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Speakers/Headphones | First Looks
Tue 30 Aug 2005

Wearable Woofer

Perforations indicate the stereo speaker configuration.

Adjust volume and vibration intensity via the wired remote.

Stick the holder onto a wall to hold the X-woofer when not in use.

ith a design that appears to be inspired by a sci-fi flick, the X-woofer is a brand new contraption aimed at delivering a different dimension of how audio should be enjoyed. Traditionally, the hard and fast way to go about reproducing the glass shattering effects of movies was to dump a good fortune into a decent audio setup that comprised of lengthy cable runs for the many speakers found in such positional acoustic configurations. Likewise for enjoying music, many purists would settle for nothing less than either a high-end stereo setup or for the more discerning individuals with a tight purse string, a top of the line headphones would be the next best option.

Having mentioned all that, those setups are not entirely without some drawbacks such as being too elaborate and disturbing (due to high volume), or would cause fatigue after an extended period of closed-ear headphones usage. The X-woofer on the other hand, offers close proximity surround sound and tangible bass reproduction while being absolutely uncomplicated and unobtrusive. Think of it as a Dual-Shock controller that you can wear around your neck for a heightened level of audio immersion, made possible via a pair of tiny speakers and vibrators, all tucked within the lightweight, but oddly shaped plastic enclosure. Simply put, the X-woofer, with its set of vibrators, is an audio gadget that delivers a different sensation of bass from those originating from wraparound headphones.

Getting the X-woofer up and running is a fairly effortless process of hooking one end of the control module to an audio source and joining all remaining components running in between together, namely the power brick and the X-woofer.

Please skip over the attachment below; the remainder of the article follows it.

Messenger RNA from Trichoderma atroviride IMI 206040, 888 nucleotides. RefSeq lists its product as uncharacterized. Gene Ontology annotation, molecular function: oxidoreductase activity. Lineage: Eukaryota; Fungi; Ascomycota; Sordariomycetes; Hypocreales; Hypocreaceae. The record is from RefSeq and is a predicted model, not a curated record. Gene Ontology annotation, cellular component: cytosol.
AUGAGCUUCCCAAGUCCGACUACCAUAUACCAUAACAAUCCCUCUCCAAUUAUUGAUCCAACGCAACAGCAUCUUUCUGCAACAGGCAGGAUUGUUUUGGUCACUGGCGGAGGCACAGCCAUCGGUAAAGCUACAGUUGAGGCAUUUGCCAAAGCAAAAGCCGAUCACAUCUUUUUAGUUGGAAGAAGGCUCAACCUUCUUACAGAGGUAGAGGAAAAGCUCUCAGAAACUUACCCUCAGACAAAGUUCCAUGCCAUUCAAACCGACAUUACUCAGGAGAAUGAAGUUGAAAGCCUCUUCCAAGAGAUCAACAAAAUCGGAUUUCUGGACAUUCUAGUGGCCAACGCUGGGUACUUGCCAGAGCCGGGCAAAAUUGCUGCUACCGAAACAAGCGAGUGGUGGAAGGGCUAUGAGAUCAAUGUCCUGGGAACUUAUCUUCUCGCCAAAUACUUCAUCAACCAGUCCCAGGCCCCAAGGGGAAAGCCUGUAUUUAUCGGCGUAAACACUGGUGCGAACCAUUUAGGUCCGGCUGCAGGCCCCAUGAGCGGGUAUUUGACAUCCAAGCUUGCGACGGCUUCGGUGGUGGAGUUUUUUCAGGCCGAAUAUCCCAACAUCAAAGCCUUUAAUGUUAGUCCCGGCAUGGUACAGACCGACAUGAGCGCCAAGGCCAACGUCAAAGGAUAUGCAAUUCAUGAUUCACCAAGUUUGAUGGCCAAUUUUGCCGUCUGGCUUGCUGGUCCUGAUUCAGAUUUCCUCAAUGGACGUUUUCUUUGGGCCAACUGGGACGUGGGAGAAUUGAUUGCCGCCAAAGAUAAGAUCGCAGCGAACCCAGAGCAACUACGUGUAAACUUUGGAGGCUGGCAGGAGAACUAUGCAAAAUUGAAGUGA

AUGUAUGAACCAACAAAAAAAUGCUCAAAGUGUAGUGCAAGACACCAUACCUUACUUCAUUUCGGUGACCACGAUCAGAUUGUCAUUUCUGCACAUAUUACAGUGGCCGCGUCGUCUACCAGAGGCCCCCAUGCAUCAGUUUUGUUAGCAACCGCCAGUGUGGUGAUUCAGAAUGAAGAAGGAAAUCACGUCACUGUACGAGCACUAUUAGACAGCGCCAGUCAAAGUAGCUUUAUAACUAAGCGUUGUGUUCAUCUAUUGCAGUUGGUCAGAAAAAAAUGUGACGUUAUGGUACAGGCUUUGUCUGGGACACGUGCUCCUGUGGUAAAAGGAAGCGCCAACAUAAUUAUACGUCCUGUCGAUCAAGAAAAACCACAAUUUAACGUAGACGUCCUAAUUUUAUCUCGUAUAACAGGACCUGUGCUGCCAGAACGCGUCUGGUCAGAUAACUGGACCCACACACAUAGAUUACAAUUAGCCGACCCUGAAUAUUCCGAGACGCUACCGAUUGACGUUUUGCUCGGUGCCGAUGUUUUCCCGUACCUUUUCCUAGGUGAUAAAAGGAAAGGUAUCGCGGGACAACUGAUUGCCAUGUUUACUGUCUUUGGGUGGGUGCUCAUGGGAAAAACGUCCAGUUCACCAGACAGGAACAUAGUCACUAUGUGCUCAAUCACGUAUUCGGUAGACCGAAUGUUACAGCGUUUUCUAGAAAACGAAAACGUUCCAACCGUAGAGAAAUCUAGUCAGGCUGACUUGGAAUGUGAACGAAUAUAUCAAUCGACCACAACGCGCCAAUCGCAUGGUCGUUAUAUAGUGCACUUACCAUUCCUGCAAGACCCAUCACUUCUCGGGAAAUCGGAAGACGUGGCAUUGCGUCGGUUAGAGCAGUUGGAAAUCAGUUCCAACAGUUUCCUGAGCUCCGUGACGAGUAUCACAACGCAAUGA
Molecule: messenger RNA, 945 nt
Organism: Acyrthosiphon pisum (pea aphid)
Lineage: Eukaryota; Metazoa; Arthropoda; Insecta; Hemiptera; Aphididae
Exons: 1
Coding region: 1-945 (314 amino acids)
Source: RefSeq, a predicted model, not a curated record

Apart from supplying current to the speakers and vibrators in the X-woofer, the control console as its name implies, is responsible for volume and vibration intensity adjustments. Unfortunately, the downside to enjoying this bit of virtual reality is a floor of messy running cables.

When put to test, the X-woofer was immediately found lacking in volume and power for music and movies. This outcome was likely attributed to the low power ratings of the onboard speakers and vibrators. Though increasing the master volume at the source did intensify the overall experience, the result was still a considerably different from our original expectations of what the product can deliver. Furthermore, treble and bass adjustments are not possible. Our biggest gripe however was the sub par stereo imaging of the left and right channels. Given that it is essentially an audio device, this is unfavorable for appreciating music and movie enjoyment. However, the X-Woofer feels perfectly at home when used in conjunction with gaming, especially for the FPS genre. While the stereo imaging issue is still vaguely apparent, the special effects and surround are engaging and compelling as vibrations from explosive effects and such slam directly onto the user and not mimicked/recreated through a boombox.

After uncovering the indifferent side of the X-woofer in handling music and movies, it became apparent that gaming is probably the one area where the unique vibration and close proximity audio can be put to good effect. In closing, the US$83 X-woofer should make an ideal supplementary accessory to an Xbox, PlayStation 2, GameCube and other/upcoming game consoles for a richer and unique gaming experience..





Product Specifications

  • Sound: 1W + 1W
  • Vibration: 2W + 2W
  • Sound Frequency: 450Hz ~ 20KHz
  • Vibration Frequency: 40 ~ 300Hz
  • 1.8m DC Adapter Cable
  • Dimensions (D x W x H): 285 x 235 x 14 mm
  • Weight: 1.3kg